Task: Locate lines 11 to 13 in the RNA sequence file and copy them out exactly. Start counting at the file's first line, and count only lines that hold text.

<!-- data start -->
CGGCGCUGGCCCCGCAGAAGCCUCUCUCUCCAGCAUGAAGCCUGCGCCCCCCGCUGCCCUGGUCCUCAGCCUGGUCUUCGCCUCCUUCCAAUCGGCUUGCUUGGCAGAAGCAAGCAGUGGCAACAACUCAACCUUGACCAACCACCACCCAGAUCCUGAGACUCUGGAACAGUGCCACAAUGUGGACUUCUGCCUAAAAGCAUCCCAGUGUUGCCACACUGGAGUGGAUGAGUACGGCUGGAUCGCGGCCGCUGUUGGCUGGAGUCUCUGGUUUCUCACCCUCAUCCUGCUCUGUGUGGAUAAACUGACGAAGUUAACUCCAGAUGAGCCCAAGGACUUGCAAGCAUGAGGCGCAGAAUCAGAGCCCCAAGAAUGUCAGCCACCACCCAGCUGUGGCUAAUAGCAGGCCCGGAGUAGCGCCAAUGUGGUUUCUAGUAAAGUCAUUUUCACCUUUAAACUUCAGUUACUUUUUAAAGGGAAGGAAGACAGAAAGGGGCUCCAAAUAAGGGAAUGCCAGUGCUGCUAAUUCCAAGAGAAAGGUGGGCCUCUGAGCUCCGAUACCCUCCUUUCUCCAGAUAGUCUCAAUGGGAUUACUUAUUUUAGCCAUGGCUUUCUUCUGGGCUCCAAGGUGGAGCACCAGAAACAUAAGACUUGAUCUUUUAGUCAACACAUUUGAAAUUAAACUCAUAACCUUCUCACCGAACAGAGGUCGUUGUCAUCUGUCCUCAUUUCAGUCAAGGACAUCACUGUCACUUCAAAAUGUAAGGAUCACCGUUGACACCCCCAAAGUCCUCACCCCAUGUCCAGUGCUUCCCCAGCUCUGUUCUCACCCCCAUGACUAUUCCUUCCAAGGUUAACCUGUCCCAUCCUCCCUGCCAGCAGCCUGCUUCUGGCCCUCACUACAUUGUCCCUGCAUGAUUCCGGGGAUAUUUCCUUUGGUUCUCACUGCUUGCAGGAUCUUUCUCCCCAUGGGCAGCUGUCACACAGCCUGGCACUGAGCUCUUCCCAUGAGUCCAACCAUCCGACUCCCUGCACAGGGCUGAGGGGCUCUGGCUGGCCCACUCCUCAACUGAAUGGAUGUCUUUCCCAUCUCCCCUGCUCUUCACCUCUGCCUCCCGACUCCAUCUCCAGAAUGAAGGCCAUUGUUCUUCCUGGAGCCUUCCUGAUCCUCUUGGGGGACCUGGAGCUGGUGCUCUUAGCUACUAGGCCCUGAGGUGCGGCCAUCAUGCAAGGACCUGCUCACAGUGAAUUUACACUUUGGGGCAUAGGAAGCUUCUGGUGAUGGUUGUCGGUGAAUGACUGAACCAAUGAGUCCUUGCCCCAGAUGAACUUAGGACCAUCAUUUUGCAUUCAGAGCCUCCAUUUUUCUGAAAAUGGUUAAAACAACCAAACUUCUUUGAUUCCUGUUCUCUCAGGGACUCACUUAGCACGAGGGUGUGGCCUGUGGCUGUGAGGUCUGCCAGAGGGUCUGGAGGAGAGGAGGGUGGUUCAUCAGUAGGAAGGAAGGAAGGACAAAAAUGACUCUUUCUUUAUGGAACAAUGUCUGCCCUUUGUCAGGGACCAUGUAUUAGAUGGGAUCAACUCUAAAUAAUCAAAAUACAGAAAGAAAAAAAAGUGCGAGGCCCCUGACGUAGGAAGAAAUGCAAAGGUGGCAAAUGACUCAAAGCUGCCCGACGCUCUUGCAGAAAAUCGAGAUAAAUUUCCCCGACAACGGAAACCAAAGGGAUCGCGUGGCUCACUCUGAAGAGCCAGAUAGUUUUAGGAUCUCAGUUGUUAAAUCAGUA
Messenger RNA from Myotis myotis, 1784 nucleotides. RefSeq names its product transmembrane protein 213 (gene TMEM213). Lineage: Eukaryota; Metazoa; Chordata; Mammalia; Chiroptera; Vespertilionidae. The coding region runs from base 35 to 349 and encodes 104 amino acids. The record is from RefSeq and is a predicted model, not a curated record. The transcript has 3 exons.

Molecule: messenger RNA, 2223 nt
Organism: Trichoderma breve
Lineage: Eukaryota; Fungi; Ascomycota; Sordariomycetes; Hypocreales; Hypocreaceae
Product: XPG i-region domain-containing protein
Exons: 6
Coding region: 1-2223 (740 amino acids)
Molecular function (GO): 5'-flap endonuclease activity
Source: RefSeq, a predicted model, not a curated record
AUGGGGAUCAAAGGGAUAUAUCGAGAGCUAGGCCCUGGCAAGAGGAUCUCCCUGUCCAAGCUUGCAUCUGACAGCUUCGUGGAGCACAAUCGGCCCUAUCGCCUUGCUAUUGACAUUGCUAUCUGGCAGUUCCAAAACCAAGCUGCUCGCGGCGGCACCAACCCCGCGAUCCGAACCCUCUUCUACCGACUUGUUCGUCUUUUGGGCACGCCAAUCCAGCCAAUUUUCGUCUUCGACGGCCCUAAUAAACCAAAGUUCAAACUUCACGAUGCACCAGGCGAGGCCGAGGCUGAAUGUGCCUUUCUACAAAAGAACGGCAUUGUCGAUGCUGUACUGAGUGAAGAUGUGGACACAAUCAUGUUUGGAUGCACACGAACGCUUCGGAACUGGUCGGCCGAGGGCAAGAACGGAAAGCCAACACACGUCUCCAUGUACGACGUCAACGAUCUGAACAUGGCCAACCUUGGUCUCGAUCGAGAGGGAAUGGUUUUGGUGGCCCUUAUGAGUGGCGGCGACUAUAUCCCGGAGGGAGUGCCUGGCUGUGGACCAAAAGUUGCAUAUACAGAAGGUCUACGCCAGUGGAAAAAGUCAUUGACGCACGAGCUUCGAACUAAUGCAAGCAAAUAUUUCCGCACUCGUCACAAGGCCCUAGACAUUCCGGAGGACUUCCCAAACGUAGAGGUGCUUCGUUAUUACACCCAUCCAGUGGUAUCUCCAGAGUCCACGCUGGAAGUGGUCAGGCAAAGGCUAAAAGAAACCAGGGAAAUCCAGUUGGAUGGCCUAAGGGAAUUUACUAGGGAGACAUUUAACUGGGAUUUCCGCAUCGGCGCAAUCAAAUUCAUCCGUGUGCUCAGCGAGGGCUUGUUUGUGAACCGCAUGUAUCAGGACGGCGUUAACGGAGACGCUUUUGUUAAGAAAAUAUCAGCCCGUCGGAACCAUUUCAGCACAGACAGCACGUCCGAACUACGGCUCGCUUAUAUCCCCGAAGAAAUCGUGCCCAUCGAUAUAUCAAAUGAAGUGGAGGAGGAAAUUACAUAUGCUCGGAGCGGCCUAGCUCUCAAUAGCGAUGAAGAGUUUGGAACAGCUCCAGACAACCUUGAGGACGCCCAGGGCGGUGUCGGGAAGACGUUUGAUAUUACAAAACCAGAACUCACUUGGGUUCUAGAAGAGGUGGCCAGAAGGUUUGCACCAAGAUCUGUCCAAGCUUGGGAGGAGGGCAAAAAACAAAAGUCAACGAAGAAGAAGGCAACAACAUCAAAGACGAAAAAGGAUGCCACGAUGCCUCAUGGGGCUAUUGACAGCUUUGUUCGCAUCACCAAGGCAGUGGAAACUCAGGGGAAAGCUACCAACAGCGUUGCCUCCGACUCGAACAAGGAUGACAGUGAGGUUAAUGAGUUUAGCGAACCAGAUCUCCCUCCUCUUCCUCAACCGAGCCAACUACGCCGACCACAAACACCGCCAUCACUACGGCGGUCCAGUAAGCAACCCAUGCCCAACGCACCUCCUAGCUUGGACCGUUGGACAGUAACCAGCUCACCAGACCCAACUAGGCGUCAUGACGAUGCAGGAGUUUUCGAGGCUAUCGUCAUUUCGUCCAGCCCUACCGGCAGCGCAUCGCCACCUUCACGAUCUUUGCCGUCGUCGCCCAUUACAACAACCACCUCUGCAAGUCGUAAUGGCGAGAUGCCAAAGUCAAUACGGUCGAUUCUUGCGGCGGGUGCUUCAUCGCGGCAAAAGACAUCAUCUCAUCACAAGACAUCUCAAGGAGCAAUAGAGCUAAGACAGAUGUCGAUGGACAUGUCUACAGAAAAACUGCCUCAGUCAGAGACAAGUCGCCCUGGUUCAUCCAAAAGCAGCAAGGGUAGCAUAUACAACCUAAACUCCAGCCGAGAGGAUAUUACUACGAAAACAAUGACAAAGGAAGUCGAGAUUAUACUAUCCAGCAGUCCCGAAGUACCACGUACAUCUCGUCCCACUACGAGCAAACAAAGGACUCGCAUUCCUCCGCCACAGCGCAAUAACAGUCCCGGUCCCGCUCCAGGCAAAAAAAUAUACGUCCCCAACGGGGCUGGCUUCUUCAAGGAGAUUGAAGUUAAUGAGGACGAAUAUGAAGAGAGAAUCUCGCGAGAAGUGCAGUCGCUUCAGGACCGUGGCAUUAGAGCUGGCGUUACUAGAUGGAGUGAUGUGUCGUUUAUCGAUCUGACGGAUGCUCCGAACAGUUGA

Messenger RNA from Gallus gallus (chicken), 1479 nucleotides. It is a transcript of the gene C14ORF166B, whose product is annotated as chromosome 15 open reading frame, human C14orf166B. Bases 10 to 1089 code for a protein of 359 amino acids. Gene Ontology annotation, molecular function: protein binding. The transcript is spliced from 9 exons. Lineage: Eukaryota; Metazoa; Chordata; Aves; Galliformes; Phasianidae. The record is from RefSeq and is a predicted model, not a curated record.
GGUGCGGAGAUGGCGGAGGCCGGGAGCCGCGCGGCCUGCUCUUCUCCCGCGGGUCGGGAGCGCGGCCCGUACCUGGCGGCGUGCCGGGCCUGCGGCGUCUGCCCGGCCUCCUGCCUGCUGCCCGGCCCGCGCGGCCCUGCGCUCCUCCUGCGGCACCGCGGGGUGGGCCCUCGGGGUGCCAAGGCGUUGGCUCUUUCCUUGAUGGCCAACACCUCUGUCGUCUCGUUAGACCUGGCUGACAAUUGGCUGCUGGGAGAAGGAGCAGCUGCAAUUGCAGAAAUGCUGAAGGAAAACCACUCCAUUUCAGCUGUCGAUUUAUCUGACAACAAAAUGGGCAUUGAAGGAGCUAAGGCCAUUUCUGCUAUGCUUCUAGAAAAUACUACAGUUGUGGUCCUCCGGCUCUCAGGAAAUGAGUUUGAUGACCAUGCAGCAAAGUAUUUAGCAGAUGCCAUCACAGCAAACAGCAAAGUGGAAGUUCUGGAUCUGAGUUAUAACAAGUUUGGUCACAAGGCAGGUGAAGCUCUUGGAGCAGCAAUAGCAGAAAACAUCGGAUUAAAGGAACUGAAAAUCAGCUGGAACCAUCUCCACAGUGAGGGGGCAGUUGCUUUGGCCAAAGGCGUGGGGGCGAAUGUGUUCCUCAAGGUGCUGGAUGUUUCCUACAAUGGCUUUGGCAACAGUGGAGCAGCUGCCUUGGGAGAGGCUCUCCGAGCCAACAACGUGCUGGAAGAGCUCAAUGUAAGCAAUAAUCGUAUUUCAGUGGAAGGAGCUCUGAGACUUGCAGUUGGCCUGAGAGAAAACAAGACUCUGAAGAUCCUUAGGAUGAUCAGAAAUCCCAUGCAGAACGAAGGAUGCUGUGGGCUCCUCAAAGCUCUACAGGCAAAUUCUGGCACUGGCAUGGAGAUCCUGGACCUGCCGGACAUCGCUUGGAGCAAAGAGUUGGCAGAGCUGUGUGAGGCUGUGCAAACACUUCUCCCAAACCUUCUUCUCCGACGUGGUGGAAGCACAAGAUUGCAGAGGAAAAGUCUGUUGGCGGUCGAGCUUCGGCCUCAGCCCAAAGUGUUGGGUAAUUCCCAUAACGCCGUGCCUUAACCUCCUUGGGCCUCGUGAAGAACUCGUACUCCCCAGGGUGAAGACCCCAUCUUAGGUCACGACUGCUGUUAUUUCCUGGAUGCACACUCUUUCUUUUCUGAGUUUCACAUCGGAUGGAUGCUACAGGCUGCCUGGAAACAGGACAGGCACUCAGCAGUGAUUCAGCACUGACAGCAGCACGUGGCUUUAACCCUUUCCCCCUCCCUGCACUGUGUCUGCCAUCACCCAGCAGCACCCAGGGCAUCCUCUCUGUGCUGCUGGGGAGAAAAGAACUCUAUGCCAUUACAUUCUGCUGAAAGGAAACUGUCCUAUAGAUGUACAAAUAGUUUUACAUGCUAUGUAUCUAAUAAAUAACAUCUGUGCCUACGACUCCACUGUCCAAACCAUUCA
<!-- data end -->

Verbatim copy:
AUGGGGAUCAAAGGGAUAUAUCGAGAGCUAGGCCCUGGCAAGAGGAUCUCCCUGUCCAAGCUUGCAUCUGACAGCUUCGUGGAGCACAAUCGGCCCUAUCGCCUUGCUAUUGACAUUGCUAUCUGGCAGUUCCAAAACCAAGCUGCUCGCGGCGGCACCAACCCCGCGAUCCGAACCCUCUUCUACCGACUUGUUCGUCUUUUGGGCACGCCAAUCCAGCCAAUUUUCGUCUUCGACGGCCCUAAUAAACCAAAGUUCAAACUUCACGAUGCACCAGGCGAGGCCGAGGCUGAAUGUGCCUUUCUACAAAAGAACGGCAUUGUCGAUGCUGUACUGAGUGAAGAUGUGGACACAAUCAUGUUUGGAUGCACACGAACGCUUCGGAACUGGUCGGCCGAGGGCAAGAACGGAAAGCCAACACACGUCUCCAUGUACGACGUCAACGAUCUGAACAUGGCCAACCUUGGUCUCGAUCGAGAGGGAAUGGUUUUGGUGGCCCUUAUGAGUGGCGGCGACUAUAUCCCGGAGGGAGUGCCUGGCUGUGGACCAAAAGUUGCAUAUACAGAAGGUCUACGCCAGUGGAAAAAGUCAUUGACGCACGAGCUUCGAACUAAUGCAAGCAAAUAUUUCCGCACUCGUCACAAGGCCCUAGACAUUCCGGAGGACUUCCCAAACGUAGAGGUGCUUCGUUAUUACACCCAUCCAGUGGUAUCUCCAGAGUCCACGCUGGAAGUGGUCAGGCAAAGGCUAAAAGAAACCAGGGAAAUCCAGUUGGAUGGCCUAAGGGAAUUUACUAGGGAGACAUUUAACUGGGAUUUCCGCAUCGGCGCAAUCAAAUUCAUCCGUGUGCUCAGCGAGGGCUUGUUUGUGAACCGCAUGUAUCAGGACGGCGUUAACGGAGACGCUUUUGUUAAGAAAAUAUCAGCCCGUCGGAACCAUUUCAGCACAGACAGCACGUCCGAACUACGGCUCGCUUAUAUCCCCGAAGAAAUCGUGCCCAUCGAUAUAUCAAAUGAAGUGGAGGAGGAAAUUACAUAUGCUCGGAGCGGCCUAGCUCUCAAUAGCGAUGAAGAGUUUGGAACAGCUCCAGACAACCUUGAGGACGCCCAGGGCGGUGUCGGGAAGACGUUUGAUAUUACAAAACCAGAACUCACUUGGGUUCUAGAAGAGGUGGCCAGAAGGUUUGCACCAAGAUCUGUCCAAGCUUGGGAGGAGGGCAAAAAACAAAAGUCAACGAAGAAGAAGGCAACAACAUCAAAGACGAAAAAGGAUGCCACGAUGCCUCAUGGGGCUAUUGACAGCUUUGUUCGCAUCACCAAGGCAGUGGAAACUCAGGGGAAAGCUACCAACAGCGUUGCCUCCGACUCGAACAAGGAUGACAGUGAGGUUAAUGAGUUUAGCGAACCAGAUCUCCCUCCUCUUCCUCAACCGAGCCAACUACGCCGACCACAAACACCGCCAUCACUACGGCGGUCCAGUAAGCAACCCAUGCCCAACGCACCUCCUAGCUUGGACCGUUGGACAGUAACCAGCUCACCAGACCCAACUAGGCGUCAUGACGAUGCAGGAGUUUUCGAGGCUAUCGUCAUUUCGUCCAGCCCUACCGGCAGCGCAUCGCCACCUUCACGAUCUUUGCCGUCGUCGCCCAUUACAACAACCACCUCUGCAAGUCGUAAUGGCGAGAUGCCAAAGUCAAUACGGUCGAUUCUUGCGGCGGGUGCUUCAUCGCGGCAAAAGACAUCAUCUCAUCACAAGACAUCUCAAGGAGCAAUAGAGCUAAGACAGAUGUCGAUGGACAUGUCUACAGAAAAACUGCCUCAGUCAGAGACAAGUCGCCCUGGUUCAUCCAAAAGCAGCAAGGGUAGCAUAUACAACCUAAACUCCAGCCGAGAGGAUAUUACUACGAAAACAAUGACAAAGGAAGUCGAGAUUAUACUAUCCAGCAGUCCCGAAGUACCACGUACAUCUCGUCCCACUACGAGCAAACAAAGGACUCGCAUUCCUCCGCCACAGCGCAAUAACAGUCCCGGUCCCGCUCCAGGCAAAAAAAUAUACGUCCCCAACGGGGCUGGCUUCUUCAAGGAGAUUGAAGUUAAUGAGGACGAAUAUGAAGAGAGAAUCUCGCGAGAAGUGCAGUCGCUUCAGGACCGUGGCAUUAGAGCUGGCGUUACUAGAUGGAGUGAUGUGUCGUUUAUCGAUCUGACGGAUGCUCCGAACAGUUGA

Messenger RNA from Gallus gallus (chicken), 1479 nucleotides. It is a transcript of the gene C14ORF166B, whose product is annotated as chromosome 15 open reading frame, human C14orf166B. Bases 10 to 1089 code for a protein of 359 amino acids. Gene Ontology annotation, molecular function: protein binding. The transcript is spliced from 9 exons. Lineage: Eukaryota; Metazoa; Chordata; Aves; Galliformes; Phasianidae. The record is from RefSeq and is a predicted model, not a curated record.
GGUGCGGAGAUGGCGGAGGCCGGGAGCCGCGCGGCCUGCUCUUCUCCCGCGGGUCGGGAGCGCGGCCCGUACCUGGCGGCGUGCCGGGCCUGCGGCGUCUGCCCGGCCUCCUGCCUGCUGCCCGGCCCGCGCGGCCCUGCGCUCCUCCUGCGGCACCGCGGGGUGGGCCCUCGGGGUGCCAAGGCGUUGGCUCUUUCCUUGAUGGCCAACACCUCUGUCGUCUCGUUAGACCUGGCUGACAAUUGGCUGCUGGGAGAAGGAGCAGCUGCAAUUGCAGAAAUGCUGAAGGAAAACCACUCCAUUUCAGCUGUCGAUUUAUCUGACAACAAAAUGGGCAUUGAAGGAGCUAAGGCCAUUUCUGCUAUGCUUCUAGAAAAUACUACAGUUGUGGUCCUCCGGCUCUCAGGAAAUGAGUUUGAUGACCAUGCAGCAAAGUAUUUAGCAGAUGCCAUCACAGCAAACAGCAAAGUGGAAGUUCUGGAUCUGAGUUAUAACAAGUUUGGUCACAAGGCAGGUGAAGCUCUUGGAGCAGCAAUAGCAGAAAACAUCGGAUUAAAGGAACUGAAAAUCAGCUGGAACCAUCUCCACAGUGAGGGGGCAGUUGCUUUGGCCAAAGGCGUGGGGGCGAAUGUGUUCCUCAAGGUGCUGGAUGUUUCCUACAAUGGCUUUGGCAACAGUGGAGCAGCUGCCUUGGGAGAGGCUCUCCGAGCCAACAACGUGCUGGAAGAGCUCAAUGUAAGCAAUAAUCGUAUUUCAGUGGAAGGAGCUCUGAGACUUGCAGUUGGCCUGAGAGAAAACAAGACUCUGAAGAUCCUUAGGAUGAUCAGAAAUCCCAUGCAGAACGAAGGAUGCUGUGGGCUCCUCAAAGCUCUACAGGCAAAUUCUGGCACUGGCAUGGAGAUCCUGGACCUGCCGGACAUCGCUUGGAGCAAAGAGUUGGCAGAGCUGUGUGAGGCUGUGCAAACACUUCUCCCAAACCUUCUUCUCCGACGUGGUGGAAGCACAAGAUUGCAGAGGAAAAGUCUGUUGGCGGUCGAGCUUCGGCCUCAGCCCAAAGUGUUGGGUAAUUCCCAUAACGCCGUGCCUUAACCUCCUUGGGCCUCGUGAAGAACUCGUACUCCCCAGGGUGAAGACCCCAUCUUAGGUCACGACUGCUGUUAUUUCCUGGAUGCACACUCUUUCUUUUCUGAGUUUCACAUCGGAUGGAUGCUACAGGCUGCCUGGAAACAGGACAGGCACUCAGCAGUGAUUCAGCACUGACAGCAGCACGUGGCUUUAACCCUUUCCCCCUCCCUGCACUGUGUCUGCCAUCACCCAGCAGCACCCAGGGCAUCCUCUCUGUGCUGCUGGGGAGAAAAGAACUCUAUGCCAUUACAUUCUGCUGAAAGGAAACUGUCCUAUAGAUGUACAAAUAGUUUUACAUGCUAUGUAUCUAAUAAAUAACAUCUGUGCCUACGACUCCACUGUCCAAACCAUUCA